Newborn Kitten Care Tips

Newborn kitten care can be crucial to the survival of orphaned or abandoned kittens. Caring for newborn kittens is a time-consuming, exhausting job, but if done properly, it can help kittens will grow up into healthy, happy cats. Read on to learn more about caring for newborn kittens as a surrogate cat-mother.

Give Your Kittens a Nest

The first step to newborn kitten care is supplying the kittens with a safe, clean, cozy nest in which to live. A cat carrier, basket, or even cardboard box can serve as a home for newborn kittens. Make sure the sides of your box or basket are high enough to prevent the kittens rolling out, and line the box or basket with fresh, clean towels, sheets or blankets for their comfort and warmth. Keep the nest in a quiet place, isolated from other cats or household pets (to prevent the spread of disease to and from the kittens).

Newborn Kittens Need to Be Kept Warm

One of the most important parts of nurturing tiny baby kittens is keeping them warm, constantly. Newborn kittens can die rapidly if they aren't kept warm enough, especially if they are fed while experiencing low body temperature. Keep newborn kittens warm by supplying them with a heating pad, set to "Low," and wrapped in a heavy blanket or towel. 

Don't cover the entire bottom of the nest with the heating pad. Leave an unheated space so that your kittens have a place to go if they feel too warm. Keep the room in which your kittens live warm as well. Your kittens' body temperatures should be between 94 and 99 degrees Fahrenheit; make sure your kittens are always warm enough, especially before feeding.

Newborn Kittens Need Frequent Feeding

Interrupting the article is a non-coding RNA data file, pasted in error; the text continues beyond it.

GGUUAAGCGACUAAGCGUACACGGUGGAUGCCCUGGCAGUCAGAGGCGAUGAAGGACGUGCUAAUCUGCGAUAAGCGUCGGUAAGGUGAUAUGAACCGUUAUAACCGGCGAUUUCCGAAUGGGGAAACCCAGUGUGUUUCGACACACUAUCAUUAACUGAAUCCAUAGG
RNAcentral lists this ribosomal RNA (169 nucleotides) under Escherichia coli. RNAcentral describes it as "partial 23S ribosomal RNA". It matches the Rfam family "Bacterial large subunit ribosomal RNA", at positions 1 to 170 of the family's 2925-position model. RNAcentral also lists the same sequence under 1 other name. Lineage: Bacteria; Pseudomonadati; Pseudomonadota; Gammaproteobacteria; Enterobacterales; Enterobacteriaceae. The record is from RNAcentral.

Newborn kittens need to eat every two hours, 24 hours a day. This means your kittens will require almost constant care, all day long and throughout the night. They must be fed kitten milk replacement, which can be purchased from a vet or pet supply store. 

You can feed newborn kittens from a tiny baby bottle made for the purpose, a eyedropper, or an oral syringe. If you are feeding with an eyedropper or oral syringe, be sure to place only very tiny drops of the formula on your kittens' tongues. Placing too much formula in a newborn kitten's mouth can cause it to choke. Your kittens can begin to eat softened kitten food at about three weeks of age.

Newborn Kittens Need Massages

You may have seen a mother cat vigorously licking her newborn kittens' abdomens after they nurse. That's because a newborn kitten's digestive tract isn't fully functioning on its own yet. The mother's tongue helps stimulate the bowels and kidneys to eliminate urine and feces from the body.

Replicate this newborn kitten care behavior by gently rubbing your kitten down with a warm, damp washcloth after feeding. Start with the abdomen, and move on to the rest of his body. Stroke and comb your newborn kittens often; it helps socialize them and gives them the physical contact they need to thrive.